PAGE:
Author Topic: Kids and Free Labor  (Read 17417 times)

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TootsNYC

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Re: Kids and Free Labor
« Reply #75 on: September 27, 2013, 01:26:59 PM »
...not asking the boy's parents before having him do a full time job, especially a job that would be a violation of labor laws if the grandparents told anyone in authority about it and most especially a job that it's nearly a forgone conclusion that the boy's health care policy wouldn't cover.

Then consider that your kid could get hurt and your health insurance carrier would tell you to get stuffed because the contractor insurance was responsible for the bills. It'd be even better when whatever contractor policy the grandparents had tells you to get stuffed too because there's no way any construction insurance underwriter would ever be willing to insure a tween aged full time worker.  When something as simple as a broken toe could cost you into five figures and a major injury could easily bankrupt you, would you still be so willing? 
. . .


We're not supposed to go into legalities here, etc. This is an etiquette forum, not a legal or insurance one. So I'm reluctant to prolong this part of the topic. But I just want to say this: I'm not absolutely certain that the bolded would be true. Family businesses (farms, I'm pretty sure are) may be exempt from a lot of child labor laws.

And I'm not willing to accept on faith the idea that the kid's insurance wouldn't cover him for a broken toe in this situation.

I think we need to leave that out completely, and not assert anything either way. Because 1) it's not a given, universal, clearly established fact; and 2) it's not our topic--etiquette is.

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He was working in an environment so hazardous that people who are trained and do it for a living have awards to give out when injuries don't happen.  This particular example is too far-reaching because of the amount and nature of the work.  I fully agree that kids should be willing to help out, but I've always maintained that this example just goes too far.

And while we have heard it was full-on work, 8 hours a day, I'm also willing to think that it was possible for the grandparents to have him doing things where the risk was pretty low.

CakeBeret

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Re: Kids and Free Labor
« Reply #76 on: September 27, 2013, 01:29:42 PM »
The grandson wasn't working for his grandparents as a paid laborer.  He was participating with them in their day-to-day activities.

Unwillingly. And for which they are making a profit, and he is not, although he is putting in a workweek like an adult.

Forty hours, five days a week is full-time work. How many people would spend their vacations doing this for relatives, for nothing more than room and board? Only to see the relatives realize a fat profit at the end, without sharing any of it?

I must say, if I were Tween, I'd not want to visit my grandparents again. Whether or not the grandparents should have checked with the parents (and I believe they should have), they were rude to their grandchild.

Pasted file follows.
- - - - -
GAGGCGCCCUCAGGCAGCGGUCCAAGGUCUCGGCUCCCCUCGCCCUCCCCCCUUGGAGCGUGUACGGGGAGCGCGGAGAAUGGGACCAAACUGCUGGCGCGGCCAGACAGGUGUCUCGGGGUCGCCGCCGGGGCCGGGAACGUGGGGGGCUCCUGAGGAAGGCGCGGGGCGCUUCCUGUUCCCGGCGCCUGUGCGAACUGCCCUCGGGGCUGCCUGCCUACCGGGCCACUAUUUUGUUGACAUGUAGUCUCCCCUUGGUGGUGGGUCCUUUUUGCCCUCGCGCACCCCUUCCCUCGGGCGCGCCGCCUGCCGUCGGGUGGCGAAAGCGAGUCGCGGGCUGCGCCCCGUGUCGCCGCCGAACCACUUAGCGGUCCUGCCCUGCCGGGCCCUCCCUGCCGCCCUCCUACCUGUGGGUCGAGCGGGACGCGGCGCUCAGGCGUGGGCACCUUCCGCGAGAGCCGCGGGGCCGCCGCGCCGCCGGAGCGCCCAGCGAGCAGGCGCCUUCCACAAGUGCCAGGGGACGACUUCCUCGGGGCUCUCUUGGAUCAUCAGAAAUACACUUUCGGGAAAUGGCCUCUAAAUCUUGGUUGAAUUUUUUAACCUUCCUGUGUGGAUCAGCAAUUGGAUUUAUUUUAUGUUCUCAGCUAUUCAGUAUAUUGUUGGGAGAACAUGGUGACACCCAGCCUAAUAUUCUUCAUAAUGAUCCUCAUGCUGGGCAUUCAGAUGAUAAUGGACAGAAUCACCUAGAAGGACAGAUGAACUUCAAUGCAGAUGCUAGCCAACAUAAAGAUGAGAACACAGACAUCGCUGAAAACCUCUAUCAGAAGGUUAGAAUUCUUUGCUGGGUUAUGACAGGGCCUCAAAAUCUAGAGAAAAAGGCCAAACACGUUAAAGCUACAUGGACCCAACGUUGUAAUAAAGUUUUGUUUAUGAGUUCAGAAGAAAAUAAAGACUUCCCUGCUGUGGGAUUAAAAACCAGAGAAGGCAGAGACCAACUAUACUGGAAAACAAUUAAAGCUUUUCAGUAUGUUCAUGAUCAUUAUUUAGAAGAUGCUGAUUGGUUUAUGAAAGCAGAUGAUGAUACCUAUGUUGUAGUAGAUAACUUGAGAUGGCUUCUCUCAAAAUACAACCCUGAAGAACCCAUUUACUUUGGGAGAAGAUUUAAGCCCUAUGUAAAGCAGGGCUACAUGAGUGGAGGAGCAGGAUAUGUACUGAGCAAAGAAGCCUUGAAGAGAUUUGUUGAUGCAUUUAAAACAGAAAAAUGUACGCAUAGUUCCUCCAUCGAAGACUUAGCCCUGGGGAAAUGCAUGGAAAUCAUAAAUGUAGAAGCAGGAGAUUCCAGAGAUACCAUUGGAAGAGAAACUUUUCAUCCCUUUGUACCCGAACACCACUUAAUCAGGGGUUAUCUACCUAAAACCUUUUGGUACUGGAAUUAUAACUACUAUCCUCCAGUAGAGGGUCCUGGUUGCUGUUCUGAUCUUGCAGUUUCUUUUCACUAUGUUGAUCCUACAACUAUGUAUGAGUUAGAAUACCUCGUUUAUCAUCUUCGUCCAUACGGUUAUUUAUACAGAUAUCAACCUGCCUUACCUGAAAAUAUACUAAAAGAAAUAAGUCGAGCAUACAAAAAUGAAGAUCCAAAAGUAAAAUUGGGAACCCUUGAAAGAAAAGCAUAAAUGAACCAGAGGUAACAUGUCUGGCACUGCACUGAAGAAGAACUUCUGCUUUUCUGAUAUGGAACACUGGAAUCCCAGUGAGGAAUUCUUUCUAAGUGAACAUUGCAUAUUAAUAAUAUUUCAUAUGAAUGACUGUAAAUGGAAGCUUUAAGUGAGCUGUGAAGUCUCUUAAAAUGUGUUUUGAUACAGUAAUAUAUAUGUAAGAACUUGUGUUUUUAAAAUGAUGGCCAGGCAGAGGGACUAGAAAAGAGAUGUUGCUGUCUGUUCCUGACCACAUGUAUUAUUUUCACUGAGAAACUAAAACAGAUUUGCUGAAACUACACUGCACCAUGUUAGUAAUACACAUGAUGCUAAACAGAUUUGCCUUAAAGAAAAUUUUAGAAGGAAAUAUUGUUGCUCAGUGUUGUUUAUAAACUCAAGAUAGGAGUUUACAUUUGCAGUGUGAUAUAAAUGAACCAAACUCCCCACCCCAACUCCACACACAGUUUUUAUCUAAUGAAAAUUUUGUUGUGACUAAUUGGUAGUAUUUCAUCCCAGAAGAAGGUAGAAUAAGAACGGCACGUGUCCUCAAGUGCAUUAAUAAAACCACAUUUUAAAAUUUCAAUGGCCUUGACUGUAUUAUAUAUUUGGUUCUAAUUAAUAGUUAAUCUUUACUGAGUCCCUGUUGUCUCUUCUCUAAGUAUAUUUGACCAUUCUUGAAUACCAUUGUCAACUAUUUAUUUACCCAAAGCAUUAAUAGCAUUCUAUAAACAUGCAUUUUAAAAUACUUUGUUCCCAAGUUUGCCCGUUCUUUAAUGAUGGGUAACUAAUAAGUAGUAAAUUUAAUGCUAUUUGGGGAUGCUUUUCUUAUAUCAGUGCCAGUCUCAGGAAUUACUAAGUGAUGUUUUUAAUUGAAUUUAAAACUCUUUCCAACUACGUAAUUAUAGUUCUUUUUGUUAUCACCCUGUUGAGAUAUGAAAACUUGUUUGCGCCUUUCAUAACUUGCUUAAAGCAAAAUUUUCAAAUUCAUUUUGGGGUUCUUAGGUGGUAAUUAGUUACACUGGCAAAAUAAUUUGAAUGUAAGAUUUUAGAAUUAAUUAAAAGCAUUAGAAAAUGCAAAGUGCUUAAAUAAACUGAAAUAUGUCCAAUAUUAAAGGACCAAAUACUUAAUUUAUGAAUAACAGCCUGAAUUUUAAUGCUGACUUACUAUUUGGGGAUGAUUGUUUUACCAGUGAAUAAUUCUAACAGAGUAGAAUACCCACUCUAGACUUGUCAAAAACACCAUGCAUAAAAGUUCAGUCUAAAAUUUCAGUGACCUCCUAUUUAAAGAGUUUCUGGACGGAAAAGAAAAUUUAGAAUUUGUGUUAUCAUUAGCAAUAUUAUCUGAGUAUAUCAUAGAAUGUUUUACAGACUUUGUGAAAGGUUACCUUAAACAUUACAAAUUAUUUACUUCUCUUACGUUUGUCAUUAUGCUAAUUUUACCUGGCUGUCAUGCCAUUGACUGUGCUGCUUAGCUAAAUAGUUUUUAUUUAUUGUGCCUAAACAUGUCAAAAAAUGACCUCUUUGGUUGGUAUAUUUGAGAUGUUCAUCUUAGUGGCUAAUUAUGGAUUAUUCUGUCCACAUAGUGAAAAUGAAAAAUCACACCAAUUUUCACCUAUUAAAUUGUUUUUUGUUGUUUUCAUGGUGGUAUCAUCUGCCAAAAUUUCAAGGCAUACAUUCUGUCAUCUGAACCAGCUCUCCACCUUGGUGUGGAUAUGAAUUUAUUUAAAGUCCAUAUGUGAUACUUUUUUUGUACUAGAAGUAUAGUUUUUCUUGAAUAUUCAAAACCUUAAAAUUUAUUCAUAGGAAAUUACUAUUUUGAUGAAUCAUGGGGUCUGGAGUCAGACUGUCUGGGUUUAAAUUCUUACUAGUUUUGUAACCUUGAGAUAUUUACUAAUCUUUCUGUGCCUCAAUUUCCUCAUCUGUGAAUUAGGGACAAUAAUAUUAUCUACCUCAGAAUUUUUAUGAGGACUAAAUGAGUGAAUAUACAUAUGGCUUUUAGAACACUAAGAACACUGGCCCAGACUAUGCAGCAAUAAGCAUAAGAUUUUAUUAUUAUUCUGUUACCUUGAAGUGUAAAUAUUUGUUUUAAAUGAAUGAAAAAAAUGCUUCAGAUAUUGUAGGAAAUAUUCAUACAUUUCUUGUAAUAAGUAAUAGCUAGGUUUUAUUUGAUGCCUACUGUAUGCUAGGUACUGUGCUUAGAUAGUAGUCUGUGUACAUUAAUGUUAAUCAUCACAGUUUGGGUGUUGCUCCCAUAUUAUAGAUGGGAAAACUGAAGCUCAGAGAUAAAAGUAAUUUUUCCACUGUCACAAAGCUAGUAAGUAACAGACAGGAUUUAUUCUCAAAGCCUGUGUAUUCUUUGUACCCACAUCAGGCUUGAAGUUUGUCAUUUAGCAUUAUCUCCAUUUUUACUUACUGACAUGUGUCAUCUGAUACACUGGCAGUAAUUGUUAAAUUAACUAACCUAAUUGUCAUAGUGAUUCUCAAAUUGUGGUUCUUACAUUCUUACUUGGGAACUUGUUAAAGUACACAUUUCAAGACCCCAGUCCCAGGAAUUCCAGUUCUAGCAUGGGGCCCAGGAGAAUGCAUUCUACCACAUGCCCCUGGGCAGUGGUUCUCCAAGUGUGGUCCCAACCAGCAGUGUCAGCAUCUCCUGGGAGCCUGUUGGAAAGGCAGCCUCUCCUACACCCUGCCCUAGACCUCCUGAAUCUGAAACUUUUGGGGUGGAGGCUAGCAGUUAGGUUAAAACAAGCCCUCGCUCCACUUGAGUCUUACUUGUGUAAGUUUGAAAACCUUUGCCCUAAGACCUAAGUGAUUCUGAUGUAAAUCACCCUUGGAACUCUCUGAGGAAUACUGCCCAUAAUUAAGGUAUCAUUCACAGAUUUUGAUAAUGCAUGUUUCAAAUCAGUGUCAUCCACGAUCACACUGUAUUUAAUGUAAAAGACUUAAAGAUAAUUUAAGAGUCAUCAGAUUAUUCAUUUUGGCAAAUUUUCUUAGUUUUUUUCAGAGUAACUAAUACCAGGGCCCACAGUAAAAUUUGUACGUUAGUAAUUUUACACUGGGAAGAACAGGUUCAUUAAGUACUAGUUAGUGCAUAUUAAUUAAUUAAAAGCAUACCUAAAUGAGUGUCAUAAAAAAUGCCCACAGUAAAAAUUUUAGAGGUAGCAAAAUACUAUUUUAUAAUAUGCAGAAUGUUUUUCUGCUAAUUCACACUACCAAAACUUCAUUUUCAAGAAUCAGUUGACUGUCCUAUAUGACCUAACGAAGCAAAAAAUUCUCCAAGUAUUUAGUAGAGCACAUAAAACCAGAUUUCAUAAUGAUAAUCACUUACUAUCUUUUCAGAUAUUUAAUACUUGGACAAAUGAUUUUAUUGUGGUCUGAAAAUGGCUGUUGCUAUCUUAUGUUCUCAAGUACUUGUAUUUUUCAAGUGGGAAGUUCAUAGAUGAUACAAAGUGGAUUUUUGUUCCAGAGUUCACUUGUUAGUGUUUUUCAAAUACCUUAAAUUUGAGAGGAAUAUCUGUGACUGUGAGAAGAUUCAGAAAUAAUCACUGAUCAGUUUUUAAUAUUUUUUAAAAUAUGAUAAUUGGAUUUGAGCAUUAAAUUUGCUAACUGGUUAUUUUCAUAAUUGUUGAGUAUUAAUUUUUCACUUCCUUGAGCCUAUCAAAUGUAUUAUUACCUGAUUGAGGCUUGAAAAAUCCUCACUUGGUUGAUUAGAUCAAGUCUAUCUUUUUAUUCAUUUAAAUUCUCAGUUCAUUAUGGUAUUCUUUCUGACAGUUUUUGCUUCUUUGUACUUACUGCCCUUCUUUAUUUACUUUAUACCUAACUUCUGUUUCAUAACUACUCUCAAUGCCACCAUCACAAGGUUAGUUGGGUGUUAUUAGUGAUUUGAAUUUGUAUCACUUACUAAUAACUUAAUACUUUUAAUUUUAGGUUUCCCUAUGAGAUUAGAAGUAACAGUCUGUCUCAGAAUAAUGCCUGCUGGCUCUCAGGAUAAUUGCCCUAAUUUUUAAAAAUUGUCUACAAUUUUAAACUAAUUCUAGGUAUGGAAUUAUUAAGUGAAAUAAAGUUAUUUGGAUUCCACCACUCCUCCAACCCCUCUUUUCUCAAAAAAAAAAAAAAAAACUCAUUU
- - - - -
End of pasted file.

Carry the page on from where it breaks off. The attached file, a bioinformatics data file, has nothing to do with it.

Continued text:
I agree with this. I believe kids should help their families and participate in family activities, but 40 hours a week for no pay? The kid didn't even see the profit via benefits to his nuclear family - presumably, the profit went to his grandparents and they are the ones who benefited from it.
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ladyknight1

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Re: Kids and Free Labor
« Reply #77 on: September 27, 2013, 01:52:18 PM »
The grandson wasn't working for his grandparents as a paid laborer.  He was participating with them in their day-to-day activities.

Unwillingly. And for which they are making a profit, and he is not, although he is putting in a workweek like an adult.

Forty hours, five days a week is full-time work. How many people would spend their vacations doing this for relatives, for nothing more than room and board? Only to see the relatives realize a fat profit at the end, without sharing any of it?

I must say, if I were Tween, I'd not want to visit my grandparents again. Whether or not the grandparents should have checked with the parents (and I believe they should have), they were rude to their grandchild.

POD.

EllenS

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Re: Kids and Free Labor
« Reply #78 on: September 27, 2013, 01:58:32 PM »
Only to see the relatives realize a fat profit at the end, without sharing any of it?


That is your assumption. If that were the case, it would indeed be ugly. I imagine the situation differently, but OP has not shared any information about the grandparents' relative generosity/stinginess in relation to their grown children and grandchildren overall.

I also wonder whether those on this thread who talk about their valuable experiences and good memories of a hard-working childhood, did it "willingly" or would have complained about it when they were 9-12 years old. 

artk2002

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Re: Kids and Free Labor
« Reply #79 on: September 27, 2013, 02:12:27 PM »
I understand the Tween wasn't happy, but is it because he expected to lay on the couch and watch TV or play video games while there? I'm not trying to be rude, but I raised two kids, and they thought summer vacation from school meant VACATION from doing anything they didn't like to do.